In the first few hours, alongside spreading the word, the school needed to establish a testing centre onsite. The school leadership team was designated ‘essential service status’ and six members of staff formed a work bubble and were permitted to physically meet onsite, with the pre-requisite masks and social distancing. Priority testing was also made available for the senior leadership team, “Throughout the crisis, I could get tested at 9am and have my results back by lunchtime.”

Arriving at school at 7am, with the assistance of the onsite staff, the ARPHS were able to open the onsite testing centre and start swabbing by 9am.

Going forward, each member of the senior leadership team took on a responsibility, “One was in charge of making sure all the students had devices, one liaised with ARPHS track and trace and so on. We worked relentlessly but it wasn’t stressful. We were all quite calm and felt that we had control of the situation.”

One of the key takeaways for Vaughan was that from the time the school gets the dreaded phone call, the school is going to be dealing with the implications for the next month, “You can’t freak out. You just have to accept it will be a month before business as usual and manage the situation. If you don’t, it will be even longer.”

For Papatoetoe High School, this realisation came on the day after the school re-opened on the 22nd. On the Monday everyone who had a test and a negative result was allowed to return to school, and the school successfully screened students on entry watching out for the small numbers yet to be tested or awaiting results. The following day at 11.30am news came through that another student and her siblings had tested positive and everyone needed to be retested, “It was groundhog day. We texted all the families an emergency alert, sent emails and put the announcement on our Facebook page. We kept students at school until 3.15pm, staying in the same classroom that they had been in when we got the announcement. We re-opened our testing station, and at 1.45pm I was the crash test dummy having the first test. We started swabbing at 1.50pm.”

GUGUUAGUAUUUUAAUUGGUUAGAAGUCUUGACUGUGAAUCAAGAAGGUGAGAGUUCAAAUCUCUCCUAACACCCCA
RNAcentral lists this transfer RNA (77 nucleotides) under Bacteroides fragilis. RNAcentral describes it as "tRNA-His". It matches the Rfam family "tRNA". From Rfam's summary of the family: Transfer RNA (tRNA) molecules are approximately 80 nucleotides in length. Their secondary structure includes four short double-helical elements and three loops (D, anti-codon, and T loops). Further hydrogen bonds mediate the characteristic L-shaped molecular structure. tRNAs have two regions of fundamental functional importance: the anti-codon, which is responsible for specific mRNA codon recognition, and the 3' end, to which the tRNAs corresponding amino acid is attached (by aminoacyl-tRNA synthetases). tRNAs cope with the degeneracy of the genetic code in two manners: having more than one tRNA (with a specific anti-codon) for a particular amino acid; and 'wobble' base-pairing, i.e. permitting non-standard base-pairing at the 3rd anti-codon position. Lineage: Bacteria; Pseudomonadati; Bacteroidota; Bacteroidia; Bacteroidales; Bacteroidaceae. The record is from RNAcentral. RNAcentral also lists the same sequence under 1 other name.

The decision to keep the students at school caused some consternation as misinformation spread about forcing the students to get tested but Vaughan, his reception staff and senior leadership team personally met or spoke with concerned parents to allay any fears.

Over the course of the next couple of weeks, Vaughan became an expert on the cycles of the virus, “It is useful for schools to know that there is no point getting tested until five days after exposure. Also until five days have passed you are unlikely to be contagious, and this gives you a bit of a window to work with. You don’t need to panic, you have time to put things in order.”

The other eye opener was how a disease outbreak is administered from the government end. The regional public health service runs everything locally, reporting their decisions back to the Ministry of Health who disseminate it through their national channels of communication, meaning that there can be a disconnect for short periods of time, “I’d advise schools to get to know who you can talk to within your regional public health service and work closely with them. Don’t be a barrier, focus on creating a solution – and hopefully you can limit the fallout to four weeks, rather than six.”

Papatoetoe High School re-opened on March 8th with heartfelt messages from its student leaders calling on people to be kind, and Vaughan’s thanks for support and donations, shared across mainstream media. In Vaughan’s words, “You use every tool you’ve got to communicate – text, email and Facebook.” And even the media itself.

Vaughan is happy for schools to contact him for further advice or information.